When you’re at the National Visa Center phase of your case and you’re preparing documents to upload into the CEAC portal, you probably have already logged into your CEAC portal and can see all of those required documents. Part of that document list includes an original marriage certificate and an original birth certificate.
National Visa Center Reciprocity Table
The National Visa Center reciprocity table will tell you exactly what the original document should look like and what information it should have. It has a list of all the countries and it will tell you based on that particular country what that original document is, the contents needed, how it should look, and the color of the seal.
It’s a very detailed chart so you can make sure you have the correct civil documents.
Are Original Documents Same as Certified Documents?
Your original document is the birth certificate that you received when you were born or when you were married. But sometimes, you might lose those documents or those documents could be damaged. If that happens, there’s a way to order a certified copy which is also considered an original.
It’s not technically original because it’s not what you received when you were born or when you got married but it constitutes as an original copy for the National Visa Center requirements. That National Visa Center reciprocity table also has information about how you can obtain a certified version of that same document if you don’t have the original one.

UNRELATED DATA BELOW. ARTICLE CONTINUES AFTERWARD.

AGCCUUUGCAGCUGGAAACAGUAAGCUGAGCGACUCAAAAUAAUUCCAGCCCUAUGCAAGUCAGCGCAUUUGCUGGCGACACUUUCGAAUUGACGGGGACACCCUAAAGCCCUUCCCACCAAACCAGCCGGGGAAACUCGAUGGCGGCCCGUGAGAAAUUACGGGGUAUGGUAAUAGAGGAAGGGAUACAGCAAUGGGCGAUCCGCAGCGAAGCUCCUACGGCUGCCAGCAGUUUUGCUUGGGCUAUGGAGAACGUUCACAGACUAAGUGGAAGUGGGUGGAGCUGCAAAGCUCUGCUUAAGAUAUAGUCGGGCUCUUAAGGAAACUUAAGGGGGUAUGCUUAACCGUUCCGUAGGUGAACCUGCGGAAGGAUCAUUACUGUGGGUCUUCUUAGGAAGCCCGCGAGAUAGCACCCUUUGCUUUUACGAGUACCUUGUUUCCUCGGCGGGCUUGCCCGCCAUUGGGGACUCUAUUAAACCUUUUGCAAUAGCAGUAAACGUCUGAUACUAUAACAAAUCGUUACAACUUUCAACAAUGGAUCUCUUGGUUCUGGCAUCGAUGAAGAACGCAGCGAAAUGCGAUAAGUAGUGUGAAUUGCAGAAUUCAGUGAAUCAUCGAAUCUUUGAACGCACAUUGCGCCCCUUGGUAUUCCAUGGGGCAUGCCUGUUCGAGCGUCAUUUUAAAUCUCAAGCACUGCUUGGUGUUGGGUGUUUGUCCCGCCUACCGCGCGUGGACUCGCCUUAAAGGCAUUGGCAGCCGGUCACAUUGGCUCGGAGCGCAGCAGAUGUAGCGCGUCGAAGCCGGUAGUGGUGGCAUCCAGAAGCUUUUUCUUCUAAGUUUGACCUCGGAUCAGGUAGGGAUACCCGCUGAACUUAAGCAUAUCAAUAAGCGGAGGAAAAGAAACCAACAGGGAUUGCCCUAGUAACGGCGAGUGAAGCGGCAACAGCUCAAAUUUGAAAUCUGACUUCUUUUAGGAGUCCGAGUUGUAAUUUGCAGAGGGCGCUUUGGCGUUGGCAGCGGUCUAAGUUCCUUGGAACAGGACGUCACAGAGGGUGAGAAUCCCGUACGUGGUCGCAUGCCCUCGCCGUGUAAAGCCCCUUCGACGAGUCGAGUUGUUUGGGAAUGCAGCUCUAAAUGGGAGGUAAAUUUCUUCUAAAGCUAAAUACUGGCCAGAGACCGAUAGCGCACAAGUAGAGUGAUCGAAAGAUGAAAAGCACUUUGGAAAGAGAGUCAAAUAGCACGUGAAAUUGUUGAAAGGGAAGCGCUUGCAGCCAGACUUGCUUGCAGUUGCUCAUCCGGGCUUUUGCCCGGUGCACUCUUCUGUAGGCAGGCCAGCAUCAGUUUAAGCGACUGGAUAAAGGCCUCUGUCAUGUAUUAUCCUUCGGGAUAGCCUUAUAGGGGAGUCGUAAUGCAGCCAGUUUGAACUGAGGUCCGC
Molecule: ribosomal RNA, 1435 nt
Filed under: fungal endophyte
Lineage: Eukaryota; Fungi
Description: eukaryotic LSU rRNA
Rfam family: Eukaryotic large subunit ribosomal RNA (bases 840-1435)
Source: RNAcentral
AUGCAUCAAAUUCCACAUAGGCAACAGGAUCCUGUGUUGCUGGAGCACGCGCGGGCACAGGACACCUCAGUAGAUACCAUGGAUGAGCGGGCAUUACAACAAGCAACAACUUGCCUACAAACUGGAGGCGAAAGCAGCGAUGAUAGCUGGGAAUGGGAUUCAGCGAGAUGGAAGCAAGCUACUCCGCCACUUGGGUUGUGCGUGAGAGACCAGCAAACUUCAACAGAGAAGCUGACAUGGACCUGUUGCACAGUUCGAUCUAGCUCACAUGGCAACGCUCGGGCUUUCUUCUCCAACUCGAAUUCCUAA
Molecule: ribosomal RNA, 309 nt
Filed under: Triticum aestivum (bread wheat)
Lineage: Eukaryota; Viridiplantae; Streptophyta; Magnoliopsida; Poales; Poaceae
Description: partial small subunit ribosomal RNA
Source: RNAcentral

Documents from the United States
There could be documents too that you need from the United States. If that happens to be the case and it probably will, there’ll be documents you’ll need from other countries and from the United States. It’s good to know that in the United States there are many different states with different courts. Each court, clerk’s office, and vital records office has its own process.
For example in a divorce, you received a certified divorce decree at the time that the divorce was finalized. That document can be considered the original or you might need to order a certified version. It will depend on that clerk’s office or that court as to what would constitute a certified version or an original version.
Some courts in the United States will put a seal on it, either an ink seal or a raised seal that shows that it’s a certified document or an original. Other clerk’s offices have a streamlined process where you can order the records online and they will provide you with a certified version electronically. If that is their process and that is what they consider a certified record, then that would work as well for an original document.
It’ll really depend on the state in the country and it’s just a matter of either using that National Visa Center reciprocity table to make sure you have the right version or checking with the local clerk’s office, court vital records office, etc. in the United States to figure out what their process is and what is considered a certified version of that original document.